AFAIK, kiritsuke is a hybrid of usuba - primarily for katsuramuki and ken cuts - and yanagiba - primarily for slicing fish, and is not as good for either task, therefore I gather that it is a difficult knife to master.

ThEoRy
11-04-2011, 06:59 PM
Good and cheap do not coincide.

jaybett
11-04-2011, 07:02 PM
After Damascus steel, the kiritsuke, is what catches most peoples eye. The most common question is can it, be substituted for a gyuto? It would be an easy transition on a double beveled one. While a single beveled kiritsukie could fill the role, it comes with a learning curve. It does the job, of a usuba and yanagiba, but not as easily. A person comfortable with those knives could switch to a kirisuke without much problem. For a beginner the typical recommendation is to pick up the individual knives and learn on them, before getting a kiritsuke.

The double beveled ones come in two styles. A relatively flat edge or a curved one. I picked up a flat one, since my go to knife is a cleaver. It's a long nakiri with a tip. The tip is the most interesting part, its a reinforced box knife, thick at the base and thin a the point. Honesuki and Hankotsu have similar tips. On my hankotsu, the whole knife is designed as a base for the tip. I really like the tip, because it feels solid, when de-boning chicken and meat. On the kiritsuke it does a nice job with onions and breaking down veggies such as broccoli and cauliflower.

A few years ago, kiritsuke mania was sweeping the forums. CKTG purchased a variety and commissioned some to be made. The fad has since subsided. CKTG may have some left over kiritsuke's such as the Doi or the Tadatsuna. It wouldn't hurt to check and see if they have any deals. If I were going to make a purchase, I'd pick up the Konosuke over at JKI.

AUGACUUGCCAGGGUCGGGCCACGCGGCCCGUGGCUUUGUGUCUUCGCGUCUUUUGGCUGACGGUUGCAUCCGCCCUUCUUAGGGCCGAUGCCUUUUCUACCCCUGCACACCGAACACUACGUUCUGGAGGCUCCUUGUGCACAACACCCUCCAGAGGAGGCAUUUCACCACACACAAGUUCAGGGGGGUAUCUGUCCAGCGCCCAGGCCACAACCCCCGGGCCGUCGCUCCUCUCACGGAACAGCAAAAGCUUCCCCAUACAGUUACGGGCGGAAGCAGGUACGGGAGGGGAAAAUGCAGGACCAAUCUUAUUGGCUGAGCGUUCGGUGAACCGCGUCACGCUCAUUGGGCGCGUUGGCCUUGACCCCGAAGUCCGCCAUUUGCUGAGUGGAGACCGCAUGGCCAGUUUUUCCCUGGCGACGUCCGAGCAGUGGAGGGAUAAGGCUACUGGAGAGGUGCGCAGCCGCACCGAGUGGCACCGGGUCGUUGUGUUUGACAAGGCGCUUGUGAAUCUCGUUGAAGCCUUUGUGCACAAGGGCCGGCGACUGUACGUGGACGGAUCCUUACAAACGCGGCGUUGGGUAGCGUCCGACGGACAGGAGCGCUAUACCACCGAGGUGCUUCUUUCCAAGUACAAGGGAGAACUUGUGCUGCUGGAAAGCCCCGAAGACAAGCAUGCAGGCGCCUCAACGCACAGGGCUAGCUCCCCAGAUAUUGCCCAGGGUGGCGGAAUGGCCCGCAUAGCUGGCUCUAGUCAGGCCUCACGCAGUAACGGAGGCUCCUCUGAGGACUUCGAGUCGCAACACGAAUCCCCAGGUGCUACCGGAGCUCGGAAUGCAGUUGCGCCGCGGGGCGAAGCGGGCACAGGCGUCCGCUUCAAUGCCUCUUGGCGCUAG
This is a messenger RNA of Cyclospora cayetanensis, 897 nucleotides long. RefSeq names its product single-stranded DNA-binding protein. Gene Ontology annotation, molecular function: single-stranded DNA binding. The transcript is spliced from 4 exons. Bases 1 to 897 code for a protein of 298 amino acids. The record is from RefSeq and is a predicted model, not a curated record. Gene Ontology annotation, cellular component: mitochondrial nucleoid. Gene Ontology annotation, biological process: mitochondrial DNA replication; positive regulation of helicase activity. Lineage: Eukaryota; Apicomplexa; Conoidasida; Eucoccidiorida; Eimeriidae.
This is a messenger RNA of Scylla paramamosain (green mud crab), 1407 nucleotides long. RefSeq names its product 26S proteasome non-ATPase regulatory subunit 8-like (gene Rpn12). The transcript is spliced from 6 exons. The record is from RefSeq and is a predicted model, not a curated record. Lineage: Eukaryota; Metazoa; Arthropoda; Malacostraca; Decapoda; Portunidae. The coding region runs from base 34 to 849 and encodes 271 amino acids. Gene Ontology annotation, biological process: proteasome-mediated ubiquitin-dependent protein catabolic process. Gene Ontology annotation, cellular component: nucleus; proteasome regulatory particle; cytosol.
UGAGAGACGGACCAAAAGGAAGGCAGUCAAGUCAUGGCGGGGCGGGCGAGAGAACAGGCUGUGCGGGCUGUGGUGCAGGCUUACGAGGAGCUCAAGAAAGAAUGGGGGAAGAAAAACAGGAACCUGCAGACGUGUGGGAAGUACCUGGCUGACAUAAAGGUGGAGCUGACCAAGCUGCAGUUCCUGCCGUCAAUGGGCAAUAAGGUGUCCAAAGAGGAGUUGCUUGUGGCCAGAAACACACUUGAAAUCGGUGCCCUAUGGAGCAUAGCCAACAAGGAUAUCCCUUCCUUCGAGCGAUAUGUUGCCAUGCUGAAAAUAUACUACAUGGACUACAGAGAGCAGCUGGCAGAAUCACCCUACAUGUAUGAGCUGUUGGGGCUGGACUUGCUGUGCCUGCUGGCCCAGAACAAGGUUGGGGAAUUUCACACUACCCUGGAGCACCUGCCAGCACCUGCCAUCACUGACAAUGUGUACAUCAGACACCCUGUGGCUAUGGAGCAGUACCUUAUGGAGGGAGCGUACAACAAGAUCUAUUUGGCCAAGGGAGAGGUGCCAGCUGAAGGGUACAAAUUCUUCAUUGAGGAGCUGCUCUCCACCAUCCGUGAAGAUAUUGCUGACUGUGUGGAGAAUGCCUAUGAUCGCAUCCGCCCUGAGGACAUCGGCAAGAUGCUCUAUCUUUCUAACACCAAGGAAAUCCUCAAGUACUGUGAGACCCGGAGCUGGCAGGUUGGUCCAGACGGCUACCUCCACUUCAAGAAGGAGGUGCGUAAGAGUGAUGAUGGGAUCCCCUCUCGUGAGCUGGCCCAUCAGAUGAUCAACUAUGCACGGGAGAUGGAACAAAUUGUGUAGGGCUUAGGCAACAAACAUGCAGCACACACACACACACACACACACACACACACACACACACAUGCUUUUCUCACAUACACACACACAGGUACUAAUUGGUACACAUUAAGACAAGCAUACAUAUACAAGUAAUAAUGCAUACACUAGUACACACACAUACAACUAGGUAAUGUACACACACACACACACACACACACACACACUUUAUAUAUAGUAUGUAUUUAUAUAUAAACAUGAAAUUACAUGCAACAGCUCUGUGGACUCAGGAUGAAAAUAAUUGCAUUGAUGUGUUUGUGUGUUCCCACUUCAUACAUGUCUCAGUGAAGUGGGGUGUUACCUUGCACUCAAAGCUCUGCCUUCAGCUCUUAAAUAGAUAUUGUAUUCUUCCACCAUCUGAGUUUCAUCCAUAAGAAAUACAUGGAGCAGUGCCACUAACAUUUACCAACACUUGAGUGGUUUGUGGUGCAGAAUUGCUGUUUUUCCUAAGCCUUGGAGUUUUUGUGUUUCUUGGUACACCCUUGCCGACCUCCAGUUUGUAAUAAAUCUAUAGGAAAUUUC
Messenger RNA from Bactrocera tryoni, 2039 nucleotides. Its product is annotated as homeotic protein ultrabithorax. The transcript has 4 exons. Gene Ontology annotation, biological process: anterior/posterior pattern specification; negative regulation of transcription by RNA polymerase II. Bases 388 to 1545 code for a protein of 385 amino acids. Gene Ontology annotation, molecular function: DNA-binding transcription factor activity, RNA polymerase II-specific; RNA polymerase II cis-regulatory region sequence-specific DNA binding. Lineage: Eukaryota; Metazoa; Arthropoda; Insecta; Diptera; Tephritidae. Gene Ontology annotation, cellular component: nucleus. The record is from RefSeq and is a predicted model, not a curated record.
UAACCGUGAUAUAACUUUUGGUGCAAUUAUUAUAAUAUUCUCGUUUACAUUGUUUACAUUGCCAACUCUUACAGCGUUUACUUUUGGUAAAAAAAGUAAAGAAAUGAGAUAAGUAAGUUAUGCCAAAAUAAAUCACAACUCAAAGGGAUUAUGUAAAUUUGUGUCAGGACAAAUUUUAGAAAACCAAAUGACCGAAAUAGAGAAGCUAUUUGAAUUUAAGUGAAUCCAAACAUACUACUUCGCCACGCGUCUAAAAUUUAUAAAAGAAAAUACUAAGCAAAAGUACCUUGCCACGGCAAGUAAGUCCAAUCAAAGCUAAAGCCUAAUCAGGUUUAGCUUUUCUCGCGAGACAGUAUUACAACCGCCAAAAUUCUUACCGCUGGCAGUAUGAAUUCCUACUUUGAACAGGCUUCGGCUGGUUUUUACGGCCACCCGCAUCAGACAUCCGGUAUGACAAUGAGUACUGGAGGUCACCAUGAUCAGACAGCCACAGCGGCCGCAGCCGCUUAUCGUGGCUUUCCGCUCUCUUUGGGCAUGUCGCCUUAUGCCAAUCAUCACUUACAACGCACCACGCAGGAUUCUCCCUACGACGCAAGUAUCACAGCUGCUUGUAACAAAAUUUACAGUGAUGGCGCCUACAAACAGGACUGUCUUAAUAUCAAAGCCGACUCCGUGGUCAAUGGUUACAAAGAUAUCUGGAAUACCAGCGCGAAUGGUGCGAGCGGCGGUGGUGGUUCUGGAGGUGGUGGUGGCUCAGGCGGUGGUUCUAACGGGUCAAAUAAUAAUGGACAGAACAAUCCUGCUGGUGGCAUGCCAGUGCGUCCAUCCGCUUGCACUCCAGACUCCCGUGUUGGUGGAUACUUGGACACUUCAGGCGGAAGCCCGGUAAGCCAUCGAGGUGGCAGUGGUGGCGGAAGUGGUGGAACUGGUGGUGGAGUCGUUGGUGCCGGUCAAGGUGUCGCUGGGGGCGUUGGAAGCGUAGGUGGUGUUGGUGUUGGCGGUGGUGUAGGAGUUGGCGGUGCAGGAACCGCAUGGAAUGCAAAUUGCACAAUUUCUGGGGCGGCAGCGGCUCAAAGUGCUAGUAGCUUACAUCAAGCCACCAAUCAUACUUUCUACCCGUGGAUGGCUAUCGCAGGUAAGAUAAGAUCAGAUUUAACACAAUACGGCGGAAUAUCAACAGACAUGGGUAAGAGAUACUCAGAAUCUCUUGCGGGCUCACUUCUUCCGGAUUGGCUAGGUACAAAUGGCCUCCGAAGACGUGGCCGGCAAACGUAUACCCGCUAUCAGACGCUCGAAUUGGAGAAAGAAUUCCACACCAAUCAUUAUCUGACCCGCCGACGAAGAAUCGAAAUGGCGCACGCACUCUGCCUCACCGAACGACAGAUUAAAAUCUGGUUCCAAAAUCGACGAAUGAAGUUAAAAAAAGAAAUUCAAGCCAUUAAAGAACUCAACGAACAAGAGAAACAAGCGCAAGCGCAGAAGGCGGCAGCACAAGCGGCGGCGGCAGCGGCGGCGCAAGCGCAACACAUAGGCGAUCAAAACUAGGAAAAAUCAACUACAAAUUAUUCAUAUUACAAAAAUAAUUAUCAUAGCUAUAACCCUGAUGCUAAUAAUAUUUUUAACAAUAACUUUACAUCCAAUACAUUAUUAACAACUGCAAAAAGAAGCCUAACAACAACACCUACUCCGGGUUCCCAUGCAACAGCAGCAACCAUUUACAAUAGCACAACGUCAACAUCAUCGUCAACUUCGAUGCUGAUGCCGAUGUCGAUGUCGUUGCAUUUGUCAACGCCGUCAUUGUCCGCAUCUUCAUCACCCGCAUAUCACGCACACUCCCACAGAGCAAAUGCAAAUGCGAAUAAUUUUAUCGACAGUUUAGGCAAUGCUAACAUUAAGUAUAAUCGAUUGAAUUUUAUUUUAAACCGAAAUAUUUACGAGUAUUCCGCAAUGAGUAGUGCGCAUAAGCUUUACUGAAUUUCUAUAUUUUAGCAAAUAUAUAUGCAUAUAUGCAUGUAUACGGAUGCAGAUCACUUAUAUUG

Jay

Sarge
11-05-2011, 02:28 AM
Aframestokyo.com has a large selection. I purchase a Monzaburo 255 Ginsanko Kiritsuke(Single Bevel) for $350 it looks like it is still available for that price. There is also a 270 in White 2 for around 350 as well. I've been very happy with the knife, although it is multi-purpose you can't think of it as a sub for a gyuto/chef knife. I use it a ton during veg prep and also for breaking down or portioning boneless proteins.

The Yoshihiro would also be a good choice. It looks to be flat along the whole edge where the Monzaburo ones have a very tiny curvature at the front 1/3-1/4 perhaps.

geezr
11-05-2011, 04:22 AM
Not really sure, just investigating thyings and trying to get a feel.
In terms of actually needing it, not at all, this is strictly a vanity purchase

:plus1: Kiritsuke(Single Bevel) is least used of the single bevel knives I have - but it looks cool :knife:

Salty dog
11-05-2011, 05:59 AM
:plus1:

welshstar
11-05-2011, 09:26 AM
How do you avoid buying stuff just because it looks cool though !!!

Darkhoek
11-05-2011, 09:31 AM
How do you avoid buying stuff just because it looks cool though !!!

Well.... you don't. I have loads of cool looking stuff I "don't need". That means I have no practical purpose for it, and NOT that I don't need it for other reasons. "I want it!" is to me a more than valid argument. :)

DarKHOeK